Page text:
If you were involved in an accident that resulted in injuries and eventually a personal injury claim, you may be required to testify in court. This would likely happen through a subpoena requiring you to provide testimony related to the lawsuit. Someone who may be called to testify could be the person who caused the accident that resulted in injuries, a witness at the scene of the incident, or an employee who helped to maintain the facilities where someone was hurt. Whatever minor or major role you may have played in the accident, if you have been called to testify, below is some general information you should know.
Most of us imagine depositions to be akin to being cross-examined in a formal court setting like we have seen in movies or on television. Most cases, however, settle before they go to trial before a judge and jury. If you have been called to testify, you will likely be doing so in a deposition. Unlike testifying in court, a deposition is a less formal setting; it typically takes place in an attorney’s office or business center.
Depositions occur during a phase in the litigation process known as discovery. Simply put, discovery is the investigative process during a lawsuit. All the named parties in the lawsuit will gather information to support their claim in order to make the most compelling case possible.
Discovery may involve:
- serving a subpoena to the other side, requiring them to turn over documents that provide more information on the case.
- sending written questions, known as interrogatories, about details in the lawsuit that must be answered and returned.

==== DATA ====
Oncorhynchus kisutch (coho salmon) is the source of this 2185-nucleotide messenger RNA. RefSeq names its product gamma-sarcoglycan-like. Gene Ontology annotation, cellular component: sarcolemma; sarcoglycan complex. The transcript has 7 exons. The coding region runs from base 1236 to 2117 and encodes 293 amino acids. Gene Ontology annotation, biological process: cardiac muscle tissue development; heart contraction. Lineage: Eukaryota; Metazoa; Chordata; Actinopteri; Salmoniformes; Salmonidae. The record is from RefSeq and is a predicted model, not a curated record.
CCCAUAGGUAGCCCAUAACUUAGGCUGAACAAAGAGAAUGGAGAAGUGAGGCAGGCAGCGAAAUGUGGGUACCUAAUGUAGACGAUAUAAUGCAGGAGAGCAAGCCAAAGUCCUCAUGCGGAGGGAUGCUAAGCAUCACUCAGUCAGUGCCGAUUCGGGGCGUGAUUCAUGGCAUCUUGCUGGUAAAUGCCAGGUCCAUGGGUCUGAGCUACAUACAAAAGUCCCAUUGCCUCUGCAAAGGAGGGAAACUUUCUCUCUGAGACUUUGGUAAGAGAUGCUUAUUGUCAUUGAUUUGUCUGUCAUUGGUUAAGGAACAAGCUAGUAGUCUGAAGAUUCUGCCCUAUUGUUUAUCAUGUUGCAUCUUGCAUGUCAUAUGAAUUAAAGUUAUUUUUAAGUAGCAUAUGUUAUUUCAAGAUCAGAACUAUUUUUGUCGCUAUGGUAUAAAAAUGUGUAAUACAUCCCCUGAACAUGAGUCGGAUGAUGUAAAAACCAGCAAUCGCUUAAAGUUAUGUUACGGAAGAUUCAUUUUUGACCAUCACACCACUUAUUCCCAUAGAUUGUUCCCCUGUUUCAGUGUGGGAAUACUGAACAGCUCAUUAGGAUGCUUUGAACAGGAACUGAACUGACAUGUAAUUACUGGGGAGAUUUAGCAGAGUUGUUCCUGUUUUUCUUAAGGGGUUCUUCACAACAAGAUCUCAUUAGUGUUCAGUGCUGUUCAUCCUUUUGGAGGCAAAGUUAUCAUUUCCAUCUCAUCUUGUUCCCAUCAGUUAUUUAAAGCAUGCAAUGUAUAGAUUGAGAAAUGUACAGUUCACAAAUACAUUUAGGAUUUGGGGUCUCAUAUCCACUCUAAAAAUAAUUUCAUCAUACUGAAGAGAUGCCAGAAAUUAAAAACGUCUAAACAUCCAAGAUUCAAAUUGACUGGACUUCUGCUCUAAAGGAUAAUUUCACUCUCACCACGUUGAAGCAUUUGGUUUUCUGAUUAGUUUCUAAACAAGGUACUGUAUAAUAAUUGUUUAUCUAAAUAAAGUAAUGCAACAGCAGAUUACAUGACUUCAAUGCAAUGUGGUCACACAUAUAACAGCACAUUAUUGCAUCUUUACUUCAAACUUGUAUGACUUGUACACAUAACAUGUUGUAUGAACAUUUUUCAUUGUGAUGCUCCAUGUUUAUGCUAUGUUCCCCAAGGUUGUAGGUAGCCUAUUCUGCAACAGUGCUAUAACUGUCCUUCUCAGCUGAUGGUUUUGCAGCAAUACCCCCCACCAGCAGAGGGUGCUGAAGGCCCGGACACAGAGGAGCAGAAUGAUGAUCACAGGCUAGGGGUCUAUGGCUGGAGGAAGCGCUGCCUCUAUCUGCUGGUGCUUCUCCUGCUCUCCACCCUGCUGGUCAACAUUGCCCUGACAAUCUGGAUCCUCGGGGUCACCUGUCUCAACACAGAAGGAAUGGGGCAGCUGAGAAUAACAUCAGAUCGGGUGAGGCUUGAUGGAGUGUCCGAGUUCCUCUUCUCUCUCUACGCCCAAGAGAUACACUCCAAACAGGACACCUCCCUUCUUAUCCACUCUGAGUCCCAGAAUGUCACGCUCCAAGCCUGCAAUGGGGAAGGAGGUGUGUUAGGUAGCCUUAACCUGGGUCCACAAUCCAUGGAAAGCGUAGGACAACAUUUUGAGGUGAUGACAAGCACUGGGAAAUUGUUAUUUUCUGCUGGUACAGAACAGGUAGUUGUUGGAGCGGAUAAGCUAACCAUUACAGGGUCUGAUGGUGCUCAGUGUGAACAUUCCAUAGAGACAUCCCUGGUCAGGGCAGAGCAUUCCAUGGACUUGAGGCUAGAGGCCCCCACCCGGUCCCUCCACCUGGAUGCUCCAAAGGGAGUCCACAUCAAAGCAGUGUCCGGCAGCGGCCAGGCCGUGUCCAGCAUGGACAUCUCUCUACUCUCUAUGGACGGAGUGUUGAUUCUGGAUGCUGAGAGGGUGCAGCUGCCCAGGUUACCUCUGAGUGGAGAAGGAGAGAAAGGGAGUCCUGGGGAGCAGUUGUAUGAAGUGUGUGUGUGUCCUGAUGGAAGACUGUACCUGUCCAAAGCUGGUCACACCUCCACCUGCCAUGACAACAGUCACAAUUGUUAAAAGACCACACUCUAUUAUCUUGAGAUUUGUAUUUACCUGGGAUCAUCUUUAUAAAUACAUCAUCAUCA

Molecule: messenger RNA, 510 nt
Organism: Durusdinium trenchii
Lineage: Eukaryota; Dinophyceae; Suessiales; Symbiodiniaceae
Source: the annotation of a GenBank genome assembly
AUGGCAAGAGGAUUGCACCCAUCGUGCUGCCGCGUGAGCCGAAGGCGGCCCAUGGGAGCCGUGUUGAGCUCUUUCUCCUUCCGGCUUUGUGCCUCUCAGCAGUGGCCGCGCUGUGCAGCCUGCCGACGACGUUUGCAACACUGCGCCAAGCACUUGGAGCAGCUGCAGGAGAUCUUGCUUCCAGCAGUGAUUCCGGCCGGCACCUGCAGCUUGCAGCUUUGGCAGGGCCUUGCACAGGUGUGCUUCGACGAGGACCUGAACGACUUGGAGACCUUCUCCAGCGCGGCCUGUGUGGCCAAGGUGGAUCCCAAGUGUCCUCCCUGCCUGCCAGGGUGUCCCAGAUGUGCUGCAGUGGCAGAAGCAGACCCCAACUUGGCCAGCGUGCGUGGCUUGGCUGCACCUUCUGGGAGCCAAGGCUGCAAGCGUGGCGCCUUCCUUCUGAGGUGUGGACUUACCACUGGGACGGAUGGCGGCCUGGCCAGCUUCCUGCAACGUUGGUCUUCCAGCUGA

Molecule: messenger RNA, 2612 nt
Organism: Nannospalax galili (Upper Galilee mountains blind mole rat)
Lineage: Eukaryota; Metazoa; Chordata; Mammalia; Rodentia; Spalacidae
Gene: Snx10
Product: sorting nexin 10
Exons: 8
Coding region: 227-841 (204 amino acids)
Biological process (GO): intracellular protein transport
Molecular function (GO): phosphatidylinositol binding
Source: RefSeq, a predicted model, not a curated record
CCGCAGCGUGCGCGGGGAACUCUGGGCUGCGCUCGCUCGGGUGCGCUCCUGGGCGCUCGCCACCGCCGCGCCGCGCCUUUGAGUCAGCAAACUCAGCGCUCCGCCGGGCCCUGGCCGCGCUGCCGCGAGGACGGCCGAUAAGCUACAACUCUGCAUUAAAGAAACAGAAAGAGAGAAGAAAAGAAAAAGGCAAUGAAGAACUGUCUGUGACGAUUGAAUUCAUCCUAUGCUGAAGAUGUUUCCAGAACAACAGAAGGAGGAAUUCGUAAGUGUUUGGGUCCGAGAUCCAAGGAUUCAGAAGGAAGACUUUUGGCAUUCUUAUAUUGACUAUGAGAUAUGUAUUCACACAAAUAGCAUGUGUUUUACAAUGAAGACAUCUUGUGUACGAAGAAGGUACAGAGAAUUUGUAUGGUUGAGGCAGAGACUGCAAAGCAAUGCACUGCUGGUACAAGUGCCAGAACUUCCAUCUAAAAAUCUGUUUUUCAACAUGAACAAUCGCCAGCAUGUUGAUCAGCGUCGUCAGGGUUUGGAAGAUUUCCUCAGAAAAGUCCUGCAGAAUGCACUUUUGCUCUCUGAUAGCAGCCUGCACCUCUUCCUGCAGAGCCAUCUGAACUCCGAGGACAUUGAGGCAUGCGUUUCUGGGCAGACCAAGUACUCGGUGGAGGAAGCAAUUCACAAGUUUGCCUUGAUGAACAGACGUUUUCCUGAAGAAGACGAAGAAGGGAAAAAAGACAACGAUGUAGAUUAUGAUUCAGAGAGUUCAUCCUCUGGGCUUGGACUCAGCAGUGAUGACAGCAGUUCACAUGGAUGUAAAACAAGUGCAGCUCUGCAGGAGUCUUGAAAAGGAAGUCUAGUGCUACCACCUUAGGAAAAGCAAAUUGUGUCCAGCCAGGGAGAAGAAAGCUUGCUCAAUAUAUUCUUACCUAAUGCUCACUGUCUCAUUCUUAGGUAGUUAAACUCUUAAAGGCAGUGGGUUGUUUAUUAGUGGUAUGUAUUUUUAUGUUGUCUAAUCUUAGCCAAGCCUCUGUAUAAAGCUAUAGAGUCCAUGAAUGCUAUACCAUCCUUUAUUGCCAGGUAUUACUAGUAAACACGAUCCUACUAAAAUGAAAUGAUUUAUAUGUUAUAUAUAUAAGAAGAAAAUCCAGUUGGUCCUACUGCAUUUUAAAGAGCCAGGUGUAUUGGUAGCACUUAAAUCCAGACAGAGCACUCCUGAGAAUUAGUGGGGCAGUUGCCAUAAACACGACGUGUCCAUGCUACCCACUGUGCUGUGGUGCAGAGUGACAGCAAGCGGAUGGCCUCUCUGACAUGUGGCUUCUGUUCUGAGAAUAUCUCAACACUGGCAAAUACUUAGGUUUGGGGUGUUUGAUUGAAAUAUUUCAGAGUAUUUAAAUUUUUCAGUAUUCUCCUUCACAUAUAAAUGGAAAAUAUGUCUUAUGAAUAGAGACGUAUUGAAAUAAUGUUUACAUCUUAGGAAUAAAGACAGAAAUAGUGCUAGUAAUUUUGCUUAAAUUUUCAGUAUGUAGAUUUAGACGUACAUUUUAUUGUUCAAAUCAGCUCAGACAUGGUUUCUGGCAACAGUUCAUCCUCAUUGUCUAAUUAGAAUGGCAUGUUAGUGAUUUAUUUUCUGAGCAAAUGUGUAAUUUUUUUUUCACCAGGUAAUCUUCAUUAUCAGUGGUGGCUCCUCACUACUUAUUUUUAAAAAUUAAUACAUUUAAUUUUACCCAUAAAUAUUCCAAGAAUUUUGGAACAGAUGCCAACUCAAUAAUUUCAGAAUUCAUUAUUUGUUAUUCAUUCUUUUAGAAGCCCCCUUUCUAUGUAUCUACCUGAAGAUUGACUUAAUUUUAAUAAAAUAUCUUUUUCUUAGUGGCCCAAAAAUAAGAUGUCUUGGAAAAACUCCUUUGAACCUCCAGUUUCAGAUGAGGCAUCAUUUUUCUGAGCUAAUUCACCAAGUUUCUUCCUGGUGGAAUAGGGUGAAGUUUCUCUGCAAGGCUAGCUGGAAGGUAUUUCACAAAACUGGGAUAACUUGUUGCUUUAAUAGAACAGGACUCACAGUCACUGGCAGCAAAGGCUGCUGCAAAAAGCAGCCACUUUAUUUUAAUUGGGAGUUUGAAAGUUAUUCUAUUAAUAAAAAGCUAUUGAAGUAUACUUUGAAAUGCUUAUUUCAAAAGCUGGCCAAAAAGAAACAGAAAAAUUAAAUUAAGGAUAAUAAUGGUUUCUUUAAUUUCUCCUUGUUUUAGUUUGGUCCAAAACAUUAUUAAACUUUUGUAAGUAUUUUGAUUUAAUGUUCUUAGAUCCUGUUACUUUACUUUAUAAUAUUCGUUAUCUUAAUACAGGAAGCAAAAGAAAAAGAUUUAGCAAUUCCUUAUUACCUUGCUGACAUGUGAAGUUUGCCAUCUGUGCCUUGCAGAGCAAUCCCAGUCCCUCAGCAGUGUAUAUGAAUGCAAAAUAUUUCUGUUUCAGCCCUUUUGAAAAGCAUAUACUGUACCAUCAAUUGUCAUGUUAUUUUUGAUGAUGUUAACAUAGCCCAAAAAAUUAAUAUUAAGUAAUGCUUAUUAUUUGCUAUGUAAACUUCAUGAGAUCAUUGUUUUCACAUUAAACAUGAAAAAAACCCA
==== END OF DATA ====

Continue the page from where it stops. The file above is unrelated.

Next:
- A gathering verbal statements from parties who were involved in, witnessed, or were otherwise knowledgeable of the accident and surrounding events through a deposition.
What to Expect
If you or someone you know is asked to testify in a deposition, you will find out about this requirement through a subpoena that orders you to show up to a certain place at a certain time. The location is typically an attorney’s office or business center. The following individuals will likely be in attendance:
- The parties involved in the lawsuit (defendant, plaintiff, etc.);
- The attorneys of each party to the lawsuit;
- The witness, or the person being deposed;
- A court reporter who will transcribe everything said in the deposition; and
- A videographer if the deposition will also be recorded on video.
During the deposition, the questions being asked typically revolve around the witness’s personal, civil, and criminal background, the details of the accident, the injuries resulting from the accident, any treatment for injuries, and any other relevant information about the accident.
Our Attorneys can Help
If you are going to be deposed, you are likely nervous. You do not know what to expect, what you may be asked, and how to present yourself. A skilled Las Vegas personal injury attorney can help prepare you for a deposition to ensure you are answering the questions accurately, honestly, and completely without compromising your case. Contact Matt Pfau Law Group today to learn how we can help guide you through this confusing process.